On Being Vulnerable

Posted on December 26, 2008

As my childhood fades into a pleasant memory, people often ask me what I miss most about it. Summer vacations, Pokemon Cards, and Mr. Softee are high on that list, but give me a moment to speak, and I’ll go on and on about what I really miss – being invincible.

Yes, I realize it was an a completely unfounded assumption. According to UNICEF, more than 25,000 children die every day, and almost 800,000 go missing in the United States alone, many never to return. But what are statistics to the blessed obliviousness of a child? “It can never happen to me”, we reasoned, each calamity-free day serving as testament to our unshakable truth. Of course, that naivete sometimes led us to do incredibly stupid things, but every night I went to bed, I was 150 percent sure I’d get up in the morning. And then the next, and the one after that, ad nauseam.

In some respects, growing up has been like being the protagonist of a Lovecraft novel. Much of my adolescent and adult life can be summarized by a near addict-like compulsion to learn more about this world. This has been a double-edged sword. On one hand, it strengthens me as an artist; pushing me just a little closer to living up to the name homo sapien. At the same time, acquiring such knowledge is not without consequence; as I browse through each blog, book, or Wikipedia entry, I’ve watched that old illusion (on which I based a perfectly happy childhood), completely disappear.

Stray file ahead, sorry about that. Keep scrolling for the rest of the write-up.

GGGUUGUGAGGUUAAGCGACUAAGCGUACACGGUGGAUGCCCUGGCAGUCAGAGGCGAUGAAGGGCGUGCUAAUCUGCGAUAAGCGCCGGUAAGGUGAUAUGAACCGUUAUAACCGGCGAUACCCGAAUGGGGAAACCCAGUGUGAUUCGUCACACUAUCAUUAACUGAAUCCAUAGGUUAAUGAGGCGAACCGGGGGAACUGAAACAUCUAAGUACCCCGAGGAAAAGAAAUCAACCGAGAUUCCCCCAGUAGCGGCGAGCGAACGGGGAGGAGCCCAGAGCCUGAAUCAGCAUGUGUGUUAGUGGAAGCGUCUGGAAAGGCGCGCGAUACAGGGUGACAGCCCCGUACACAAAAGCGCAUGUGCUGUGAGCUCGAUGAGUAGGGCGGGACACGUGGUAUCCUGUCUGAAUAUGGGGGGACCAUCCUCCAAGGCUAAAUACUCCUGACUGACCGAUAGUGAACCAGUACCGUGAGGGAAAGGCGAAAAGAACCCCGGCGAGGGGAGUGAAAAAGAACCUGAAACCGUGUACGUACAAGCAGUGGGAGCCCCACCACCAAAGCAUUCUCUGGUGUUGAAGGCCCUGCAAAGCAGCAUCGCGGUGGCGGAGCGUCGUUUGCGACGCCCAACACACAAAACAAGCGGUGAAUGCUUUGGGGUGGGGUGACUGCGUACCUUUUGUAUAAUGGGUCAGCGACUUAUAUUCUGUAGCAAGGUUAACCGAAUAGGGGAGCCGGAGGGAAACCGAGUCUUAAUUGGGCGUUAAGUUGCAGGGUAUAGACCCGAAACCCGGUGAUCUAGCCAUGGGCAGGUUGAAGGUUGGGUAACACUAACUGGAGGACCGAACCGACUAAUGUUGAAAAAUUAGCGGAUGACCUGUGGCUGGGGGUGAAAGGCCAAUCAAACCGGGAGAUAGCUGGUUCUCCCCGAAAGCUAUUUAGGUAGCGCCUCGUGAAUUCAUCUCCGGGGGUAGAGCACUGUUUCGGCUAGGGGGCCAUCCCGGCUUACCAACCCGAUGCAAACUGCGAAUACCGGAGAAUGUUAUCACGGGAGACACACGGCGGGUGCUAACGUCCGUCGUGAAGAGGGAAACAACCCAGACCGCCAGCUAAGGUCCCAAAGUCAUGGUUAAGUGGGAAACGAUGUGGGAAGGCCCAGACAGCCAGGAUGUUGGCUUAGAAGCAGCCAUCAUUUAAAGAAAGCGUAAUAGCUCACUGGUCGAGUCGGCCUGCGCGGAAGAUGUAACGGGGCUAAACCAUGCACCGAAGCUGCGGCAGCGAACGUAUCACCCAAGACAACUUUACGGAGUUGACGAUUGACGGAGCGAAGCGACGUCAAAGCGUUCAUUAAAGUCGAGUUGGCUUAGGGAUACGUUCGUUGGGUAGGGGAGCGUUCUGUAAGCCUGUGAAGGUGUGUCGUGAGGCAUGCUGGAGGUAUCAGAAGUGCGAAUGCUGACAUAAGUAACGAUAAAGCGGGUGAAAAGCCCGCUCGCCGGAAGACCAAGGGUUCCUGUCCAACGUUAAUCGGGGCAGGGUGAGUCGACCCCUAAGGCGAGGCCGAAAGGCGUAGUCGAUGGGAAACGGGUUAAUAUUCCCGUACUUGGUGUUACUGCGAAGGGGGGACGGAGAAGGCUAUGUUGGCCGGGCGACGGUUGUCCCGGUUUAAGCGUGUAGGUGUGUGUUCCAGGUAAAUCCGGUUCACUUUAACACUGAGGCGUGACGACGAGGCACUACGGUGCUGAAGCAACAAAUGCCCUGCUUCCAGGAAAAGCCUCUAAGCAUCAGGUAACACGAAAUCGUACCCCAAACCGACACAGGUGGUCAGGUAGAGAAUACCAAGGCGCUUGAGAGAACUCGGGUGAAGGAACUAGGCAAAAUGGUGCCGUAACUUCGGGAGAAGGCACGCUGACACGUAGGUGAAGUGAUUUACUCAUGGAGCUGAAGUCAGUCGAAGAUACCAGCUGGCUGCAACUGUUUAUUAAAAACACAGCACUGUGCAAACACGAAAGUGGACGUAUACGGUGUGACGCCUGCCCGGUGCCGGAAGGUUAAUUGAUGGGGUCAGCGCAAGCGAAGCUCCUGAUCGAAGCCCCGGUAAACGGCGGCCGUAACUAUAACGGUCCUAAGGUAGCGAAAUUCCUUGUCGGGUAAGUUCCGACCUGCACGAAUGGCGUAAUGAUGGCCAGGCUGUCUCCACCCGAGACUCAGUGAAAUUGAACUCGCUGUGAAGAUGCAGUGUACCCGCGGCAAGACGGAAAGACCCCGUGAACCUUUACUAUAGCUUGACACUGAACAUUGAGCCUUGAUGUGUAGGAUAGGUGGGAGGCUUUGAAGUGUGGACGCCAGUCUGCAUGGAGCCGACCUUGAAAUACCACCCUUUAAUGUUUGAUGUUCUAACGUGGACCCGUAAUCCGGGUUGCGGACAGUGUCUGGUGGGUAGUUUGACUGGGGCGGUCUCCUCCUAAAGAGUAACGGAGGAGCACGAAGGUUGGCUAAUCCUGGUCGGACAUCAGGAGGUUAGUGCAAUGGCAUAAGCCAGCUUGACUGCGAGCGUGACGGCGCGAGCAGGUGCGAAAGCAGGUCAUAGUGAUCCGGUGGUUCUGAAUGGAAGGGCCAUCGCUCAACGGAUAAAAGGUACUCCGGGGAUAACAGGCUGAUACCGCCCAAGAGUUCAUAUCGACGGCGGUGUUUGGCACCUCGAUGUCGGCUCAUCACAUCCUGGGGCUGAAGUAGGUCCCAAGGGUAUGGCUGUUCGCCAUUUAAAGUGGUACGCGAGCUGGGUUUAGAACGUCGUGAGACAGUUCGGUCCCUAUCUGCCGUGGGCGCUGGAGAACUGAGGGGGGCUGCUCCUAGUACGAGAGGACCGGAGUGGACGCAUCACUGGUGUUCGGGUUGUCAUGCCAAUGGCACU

So far, I’ve avoided the madness that marks the climax of such tales. But at what cost? My life, previously governed by the question of “Why”, has been transformed into an existence of “what-if’s”. What if my car skids into a tree faster than Mike Mussina’s fastball? What if I walk down this dark street? What if my employer goes bankrupt? Well, one of those has come to pass, so I’m not entirely a worrywart. But it’s interesting to think about how much of adulthood is based on the premise that something wicked lurks around every corner. Is this what it means to be responsible? Thinking about the ways every decision could kill me has helped me to avoid a pitfall or two, but more often than not, it has served as an excuse not assume any risk – even ones with a potentially great payoff. If I had been thinking less about paying the bills and more about following my dreams, for example, I might have done something more fulfilling than financial software development.

And so I gaze upon today’s children with a nostalgic wonder. As they throw themselves into each new adventure and unopened door with a gusto that seems thoughtless to one of many summers, part of me smiles. The other part wants to shake them and yell “Dangit, don’t you know you could die?!”

» Filed Under Everything and Nothing


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